Now, no – I’m not advocating skipping school or throwing caution and responsibility to the wind. There are some absolutely stunning novels out there of lives fully lived in the grip of society and “larger concerns”. In perhaps the most important ways, it’s not so much what we do as how we choose to do it. And this is exactly where Rev. Debra’s admonition comes back to us – it’s not the destination that’s important. It’s the journey. And it’s our intention, the paying attention, the being present for the now, that lets the intricacy and the power of our story unfold fully.
As we draw to our close, I want to leave you with another reminder. There really is no such thing as a perfect story. There is always more to do, more to say, more to explore, more to experience. And much to my personal disappointment, at least as far as I know, human beings don’t get sequels.
What I take from all this is that mistakes are going to happen. Like many characters in my favorite books, I am going to get it wrong. We are all going to get it wrong. Tragically, we might not hit “perfect authenticity”, and you know what? We’re going to be just fine.
The sooner we realize this, that mistakes happen, that imperfection in the stories of our lives is exactly what makes those lives interesting, what makes those stories human, then the sooner we are free of fear and can take that risk. The risk that creates that sets up the next big plot twist.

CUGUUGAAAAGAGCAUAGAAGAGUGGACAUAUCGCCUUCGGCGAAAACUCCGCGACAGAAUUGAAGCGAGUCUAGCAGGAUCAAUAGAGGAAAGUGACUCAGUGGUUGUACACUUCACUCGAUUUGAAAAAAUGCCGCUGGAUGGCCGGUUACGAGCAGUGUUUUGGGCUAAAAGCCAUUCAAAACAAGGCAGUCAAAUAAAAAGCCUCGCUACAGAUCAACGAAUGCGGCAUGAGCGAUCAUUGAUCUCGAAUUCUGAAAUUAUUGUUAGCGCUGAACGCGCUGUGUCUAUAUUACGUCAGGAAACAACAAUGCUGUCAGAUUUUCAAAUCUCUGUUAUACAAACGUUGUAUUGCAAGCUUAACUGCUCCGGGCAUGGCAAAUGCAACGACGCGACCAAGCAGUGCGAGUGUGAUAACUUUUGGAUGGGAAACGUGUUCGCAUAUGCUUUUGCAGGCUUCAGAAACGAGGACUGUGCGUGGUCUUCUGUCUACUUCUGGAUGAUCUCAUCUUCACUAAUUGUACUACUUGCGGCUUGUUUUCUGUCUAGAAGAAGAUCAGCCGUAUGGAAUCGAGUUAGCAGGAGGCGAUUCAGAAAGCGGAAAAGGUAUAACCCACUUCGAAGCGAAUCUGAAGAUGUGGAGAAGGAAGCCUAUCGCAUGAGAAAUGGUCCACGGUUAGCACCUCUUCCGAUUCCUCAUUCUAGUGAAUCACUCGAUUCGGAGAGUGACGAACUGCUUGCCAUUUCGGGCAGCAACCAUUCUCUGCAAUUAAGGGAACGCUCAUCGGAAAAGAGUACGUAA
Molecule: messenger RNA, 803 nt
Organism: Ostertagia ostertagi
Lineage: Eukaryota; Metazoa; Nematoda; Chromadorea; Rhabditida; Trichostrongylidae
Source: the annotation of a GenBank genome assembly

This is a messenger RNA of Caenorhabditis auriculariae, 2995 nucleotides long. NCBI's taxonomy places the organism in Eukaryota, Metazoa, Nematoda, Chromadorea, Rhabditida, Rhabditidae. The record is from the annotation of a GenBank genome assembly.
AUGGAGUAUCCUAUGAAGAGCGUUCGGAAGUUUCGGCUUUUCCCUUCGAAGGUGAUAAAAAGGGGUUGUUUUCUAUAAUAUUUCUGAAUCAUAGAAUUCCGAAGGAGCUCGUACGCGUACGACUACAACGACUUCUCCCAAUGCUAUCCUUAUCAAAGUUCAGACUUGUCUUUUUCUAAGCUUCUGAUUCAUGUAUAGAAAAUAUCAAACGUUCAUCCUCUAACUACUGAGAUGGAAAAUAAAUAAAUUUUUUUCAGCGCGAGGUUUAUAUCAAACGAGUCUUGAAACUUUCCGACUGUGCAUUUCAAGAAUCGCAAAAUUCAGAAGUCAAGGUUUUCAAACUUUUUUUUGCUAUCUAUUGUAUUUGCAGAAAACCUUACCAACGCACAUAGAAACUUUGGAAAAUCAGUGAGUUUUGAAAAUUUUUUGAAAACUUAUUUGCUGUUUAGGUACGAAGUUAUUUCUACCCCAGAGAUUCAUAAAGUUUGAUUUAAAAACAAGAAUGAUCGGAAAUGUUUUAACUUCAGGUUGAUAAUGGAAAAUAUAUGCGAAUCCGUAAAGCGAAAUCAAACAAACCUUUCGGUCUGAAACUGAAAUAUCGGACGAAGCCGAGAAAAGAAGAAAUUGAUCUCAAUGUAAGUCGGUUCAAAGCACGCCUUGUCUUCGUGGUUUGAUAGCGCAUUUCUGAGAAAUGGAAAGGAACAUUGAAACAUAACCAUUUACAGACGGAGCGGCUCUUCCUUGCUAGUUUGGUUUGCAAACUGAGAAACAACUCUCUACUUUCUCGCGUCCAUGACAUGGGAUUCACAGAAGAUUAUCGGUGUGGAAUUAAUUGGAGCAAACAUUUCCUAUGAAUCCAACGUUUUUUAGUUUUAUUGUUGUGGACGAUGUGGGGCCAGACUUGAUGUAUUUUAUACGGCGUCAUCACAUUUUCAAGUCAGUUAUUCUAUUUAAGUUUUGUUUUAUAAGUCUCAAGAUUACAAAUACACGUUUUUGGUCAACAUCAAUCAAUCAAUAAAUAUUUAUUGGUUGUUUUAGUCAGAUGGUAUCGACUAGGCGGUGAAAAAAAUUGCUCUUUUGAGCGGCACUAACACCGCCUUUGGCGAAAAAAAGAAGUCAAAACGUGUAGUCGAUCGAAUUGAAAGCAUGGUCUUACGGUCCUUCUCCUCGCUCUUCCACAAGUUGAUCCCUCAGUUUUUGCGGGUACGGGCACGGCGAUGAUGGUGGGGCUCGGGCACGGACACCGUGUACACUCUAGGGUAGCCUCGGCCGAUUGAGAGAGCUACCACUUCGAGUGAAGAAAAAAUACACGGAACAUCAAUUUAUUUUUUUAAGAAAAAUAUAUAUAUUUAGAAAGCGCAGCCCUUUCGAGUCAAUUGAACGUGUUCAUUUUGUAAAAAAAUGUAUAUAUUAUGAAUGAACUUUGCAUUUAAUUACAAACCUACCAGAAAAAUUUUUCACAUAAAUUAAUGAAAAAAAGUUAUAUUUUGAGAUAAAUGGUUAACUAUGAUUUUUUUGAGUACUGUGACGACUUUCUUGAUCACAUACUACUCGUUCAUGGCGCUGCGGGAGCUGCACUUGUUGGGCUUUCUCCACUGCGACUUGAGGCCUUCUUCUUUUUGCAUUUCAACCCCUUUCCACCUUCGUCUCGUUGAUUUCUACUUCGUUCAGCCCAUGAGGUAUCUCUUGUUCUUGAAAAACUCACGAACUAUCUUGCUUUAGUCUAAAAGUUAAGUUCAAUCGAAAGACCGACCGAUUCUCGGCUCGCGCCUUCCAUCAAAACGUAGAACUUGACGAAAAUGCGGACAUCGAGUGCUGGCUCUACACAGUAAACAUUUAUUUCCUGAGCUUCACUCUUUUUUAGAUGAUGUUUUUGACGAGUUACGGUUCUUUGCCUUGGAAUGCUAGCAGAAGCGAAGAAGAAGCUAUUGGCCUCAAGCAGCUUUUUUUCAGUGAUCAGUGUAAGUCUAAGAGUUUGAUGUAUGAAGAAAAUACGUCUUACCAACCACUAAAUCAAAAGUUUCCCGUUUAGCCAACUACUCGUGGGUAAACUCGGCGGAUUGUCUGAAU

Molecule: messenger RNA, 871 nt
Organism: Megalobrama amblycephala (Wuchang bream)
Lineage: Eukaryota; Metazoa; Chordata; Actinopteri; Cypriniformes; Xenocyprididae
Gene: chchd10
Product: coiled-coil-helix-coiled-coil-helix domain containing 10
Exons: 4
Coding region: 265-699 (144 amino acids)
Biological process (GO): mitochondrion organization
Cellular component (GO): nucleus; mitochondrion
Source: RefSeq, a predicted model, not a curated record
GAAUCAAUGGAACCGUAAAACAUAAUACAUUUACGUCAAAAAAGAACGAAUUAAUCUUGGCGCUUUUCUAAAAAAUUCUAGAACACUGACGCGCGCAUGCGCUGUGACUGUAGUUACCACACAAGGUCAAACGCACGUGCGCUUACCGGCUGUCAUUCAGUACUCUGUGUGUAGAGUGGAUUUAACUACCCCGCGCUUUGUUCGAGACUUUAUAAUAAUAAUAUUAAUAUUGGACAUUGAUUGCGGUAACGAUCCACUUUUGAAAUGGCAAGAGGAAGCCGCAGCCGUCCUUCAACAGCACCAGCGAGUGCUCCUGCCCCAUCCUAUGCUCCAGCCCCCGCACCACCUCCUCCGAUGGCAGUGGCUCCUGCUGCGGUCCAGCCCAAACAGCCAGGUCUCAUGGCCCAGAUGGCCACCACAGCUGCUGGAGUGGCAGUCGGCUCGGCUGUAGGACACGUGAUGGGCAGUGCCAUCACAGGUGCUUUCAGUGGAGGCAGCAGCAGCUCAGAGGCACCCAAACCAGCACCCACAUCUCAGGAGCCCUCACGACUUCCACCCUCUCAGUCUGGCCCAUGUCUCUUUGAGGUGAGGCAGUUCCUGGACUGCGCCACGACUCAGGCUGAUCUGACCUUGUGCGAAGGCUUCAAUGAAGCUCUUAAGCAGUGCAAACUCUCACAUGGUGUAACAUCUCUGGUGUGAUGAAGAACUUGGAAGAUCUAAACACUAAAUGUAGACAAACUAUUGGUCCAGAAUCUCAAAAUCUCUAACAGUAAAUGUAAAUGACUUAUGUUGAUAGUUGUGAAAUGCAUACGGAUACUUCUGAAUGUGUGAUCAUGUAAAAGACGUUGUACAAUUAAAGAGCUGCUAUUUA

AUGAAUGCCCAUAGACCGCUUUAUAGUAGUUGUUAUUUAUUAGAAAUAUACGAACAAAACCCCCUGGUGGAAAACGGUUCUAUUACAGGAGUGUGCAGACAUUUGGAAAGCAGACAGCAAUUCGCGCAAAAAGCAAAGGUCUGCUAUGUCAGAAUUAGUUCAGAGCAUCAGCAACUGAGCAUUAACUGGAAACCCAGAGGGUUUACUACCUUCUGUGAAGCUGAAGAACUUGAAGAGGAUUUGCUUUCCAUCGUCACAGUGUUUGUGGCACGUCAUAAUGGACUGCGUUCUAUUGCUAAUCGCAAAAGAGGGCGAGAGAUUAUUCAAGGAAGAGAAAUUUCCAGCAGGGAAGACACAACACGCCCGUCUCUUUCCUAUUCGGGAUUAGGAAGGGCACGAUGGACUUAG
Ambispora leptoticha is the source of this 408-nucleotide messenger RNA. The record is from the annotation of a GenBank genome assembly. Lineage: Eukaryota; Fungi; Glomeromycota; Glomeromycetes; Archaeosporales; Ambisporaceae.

So, in that spirit, I invite you to remember that we are all, already, saved from perfection. Wait! Wait. My colleague Megan Mathieson has inspired me to do better than that.
Please join me in the attitude of prayer.
By the power invested in me by the spirit of life and love, and bestowed upon me by the Unitarian Universalist Ministers Association, and in accordance with Natural Law and Divine Writ, I hereby absolve you my friends and neighbors, I absolve you of the sin of perfection. Ego te absolvo. There. Now you’re absolutely free to make those plot twists really interesting.
So, here we are. Authors, one and all. Acting ourselves into new ways of being, with our actions being the words written onto the pages of our world. Imperfectly. Haphazardly. With love. With regret. With hope. With passion. With intention, as we live, savor, and love with all of our heart.
Our life, the story, coming soon to a bookstore near you.
“A meaningful life being a novel that you’d recommend to a friend”? That idea is yours now. Write it down. Tell it to your friends. Live boldly. Or forget it entirely. Do with it what you will. But don’t say in the years to come that you would have lived your life differently if only you had heard it.
You’ve heard it, now.
Because the truth about stories is that that’s all we are.